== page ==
Why do we need a Unique key when we have a Primary key?



  • I tried to Google this question but all I found were differences between primary and unique keys, why do we actually need a unique key when we have a primary key that can identify any single record, could someone provide an example to explain this or maybe provide a link that explains this.



  • Why do we actually need a unique key when we have a primary key?

    Short answer -- You don't.

    Long answer:

    In MySQL, the PRIMARY KEY is a UNIQUE key is an INDEX.

    There is only one PRIMARY KEY; its main function is to uniquely identify each row.

    A UNIQUE key is allowed to contain a column that is NULLable.

    UNIQUE is a uniqueness constraint and an Index.

    Any flavor of an index may include multiple columns; the order of the columns in the definition matters. (The order of conditions in a WHERE clause does not matter.)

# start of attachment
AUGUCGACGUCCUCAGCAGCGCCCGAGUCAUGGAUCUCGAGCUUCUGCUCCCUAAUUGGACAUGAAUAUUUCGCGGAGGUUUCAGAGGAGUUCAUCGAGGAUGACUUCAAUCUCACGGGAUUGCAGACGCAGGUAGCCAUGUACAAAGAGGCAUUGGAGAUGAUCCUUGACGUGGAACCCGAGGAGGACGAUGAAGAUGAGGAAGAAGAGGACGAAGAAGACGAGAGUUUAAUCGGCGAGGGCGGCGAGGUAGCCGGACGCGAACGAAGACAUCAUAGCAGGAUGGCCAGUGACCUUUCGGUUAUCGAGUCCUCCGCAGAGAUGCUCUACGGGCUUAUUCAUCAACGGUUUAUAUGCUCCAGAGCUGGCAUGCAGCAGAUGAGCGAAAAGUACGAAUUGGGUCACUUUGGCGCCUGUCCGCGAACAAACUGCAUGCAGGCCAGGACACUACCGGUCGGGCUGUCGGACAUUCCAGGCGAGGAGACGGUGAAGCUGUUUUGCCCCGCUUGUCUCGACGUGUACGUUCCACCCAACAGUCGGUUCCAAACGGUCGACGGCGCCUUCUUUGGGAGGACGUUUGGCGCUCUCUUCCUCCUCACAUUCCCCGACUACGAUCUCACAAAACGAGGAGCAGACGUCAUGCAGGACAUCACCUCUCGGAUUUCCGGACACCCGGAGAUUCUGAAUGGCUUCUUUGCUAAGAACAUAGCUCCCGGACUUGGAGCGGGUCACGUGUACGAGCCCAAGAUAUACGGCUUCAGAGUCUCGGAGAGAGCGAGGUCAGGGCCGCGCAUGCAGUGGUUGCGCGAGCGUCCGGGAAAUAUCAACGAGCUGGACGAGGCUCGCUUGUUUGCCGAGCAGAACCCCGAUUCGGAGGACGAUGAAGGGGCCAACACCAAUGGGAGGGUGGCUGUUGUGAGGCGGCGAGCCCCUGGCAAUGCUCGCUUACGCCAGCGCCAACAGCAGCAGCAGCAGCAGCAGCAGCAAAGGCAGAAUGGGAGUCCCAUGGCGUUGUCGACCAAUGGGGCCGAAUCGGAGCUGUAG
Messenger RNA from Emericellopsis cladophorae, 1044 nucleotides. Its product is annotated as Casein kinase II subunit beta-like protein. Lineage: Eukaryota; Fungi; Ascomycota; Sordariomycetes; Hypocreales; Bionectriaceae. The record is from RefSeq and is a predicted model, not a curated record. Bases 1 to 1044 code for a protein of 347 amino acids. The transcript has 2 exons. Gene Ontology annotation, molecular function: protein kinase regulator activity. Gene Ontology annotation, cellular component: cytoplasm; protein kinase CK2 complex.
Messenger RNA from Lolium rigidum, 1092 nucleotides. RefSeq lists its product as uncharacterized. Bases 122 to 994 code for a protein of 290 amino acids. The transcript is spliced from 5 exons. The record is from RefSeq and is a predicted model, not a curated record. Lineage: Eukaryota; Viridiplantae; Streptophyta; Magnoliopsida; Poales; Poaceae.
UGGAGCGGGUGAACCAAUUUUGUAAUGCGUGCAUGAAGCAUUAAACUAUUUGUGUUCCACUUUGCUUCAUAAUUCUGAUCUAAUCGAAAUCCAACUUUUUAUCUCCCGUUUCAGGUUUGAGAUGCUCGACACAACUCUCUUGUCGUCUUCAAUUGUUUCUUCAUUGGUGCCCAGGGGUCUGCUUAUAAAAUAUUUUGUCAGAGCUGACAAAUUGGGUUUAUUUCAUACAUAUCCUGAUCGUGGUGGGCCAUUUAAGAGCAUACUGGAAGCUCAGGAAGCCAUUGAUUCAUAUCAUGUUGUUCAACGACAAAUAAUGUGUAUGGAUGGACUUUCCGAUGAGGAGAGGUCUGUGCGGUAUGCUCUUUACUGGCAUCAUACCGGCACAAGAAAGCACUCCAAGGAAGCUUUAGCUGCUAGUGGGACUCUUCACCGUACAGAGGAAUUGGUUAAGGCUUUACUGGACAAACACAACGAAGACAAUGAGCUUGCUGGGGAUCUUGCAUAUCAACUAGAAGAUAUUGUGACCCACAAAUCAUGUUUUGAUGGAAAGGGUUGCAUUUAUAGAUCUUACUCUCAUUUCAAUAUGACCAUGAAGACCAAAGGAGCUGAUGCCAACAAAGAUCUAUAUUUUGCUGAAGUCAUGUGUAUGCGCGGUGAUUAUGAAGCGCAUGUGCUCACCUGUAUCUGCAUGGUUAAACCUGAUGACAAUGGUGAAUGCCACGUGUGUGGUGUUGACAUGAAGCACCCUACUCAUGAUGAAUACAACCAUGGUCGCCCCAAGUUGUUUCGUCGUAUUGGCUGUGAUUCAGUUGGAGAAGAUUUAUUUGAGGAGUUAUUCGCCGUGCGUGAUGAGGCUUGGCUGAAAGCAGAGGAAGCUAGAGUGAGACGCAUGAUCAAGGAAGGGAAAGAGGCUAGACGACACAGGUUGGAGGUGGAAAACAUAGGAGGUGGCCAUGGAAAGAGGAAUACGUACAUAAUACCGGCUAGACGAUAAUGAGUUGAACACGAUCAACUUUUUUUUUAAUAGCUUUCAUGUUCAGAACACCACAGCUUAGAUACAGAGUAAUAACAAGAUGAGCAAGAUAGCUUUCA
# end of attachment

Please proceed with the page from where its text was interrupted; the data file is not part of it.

A FOREIGN KEY is a CONSTRAINT and it implicitly creates an INDEX if there is not already one that works for the constraint.

    Each of these pairs is redundant; Drop the second:

    PRIMARY KEY (a)
    UNIQUE (a)
    

    INDEX(c,d)
    INDEX(c)

    UNIQUE(e)
    UNIQUE(e,f)

    UNIQUE(h)
    UNIQUE(g,h) -- or consider making changing to INDEX(g,h)

    If you build a table without a PRIMARY KEY but with a UNIQUE key, consider changing "unique" to "primary key".

    It is very rare for a table to need 3 UNIQUE keys (including the PK); rethink the schema.

    Some programmers always have an AUTO_INCREMENT (usually named id) as the PRIMARY KEY. But this is not always necessary, and it sometimes interferes with performance.

    Caveat: Some of the above statements may not apply to RDBMSs other than MySQL and MariaDB.

    Caveat: Index-prefixing, Partitioning, and a few other obscure things are not covered above.

    Two common cases for a PK + a UNIQUE:

    • Lookup table (for 'normalizing'): The table has an id (auto_increment, PK) and a string (Unique).
    • Many-to-mapping table: Two columns, each being an id into some other table. The PK would be the pair of columns in some order; the UNIQUE would be the pair in the other order. (Technically, a plain INDEX suffices for that second index.)



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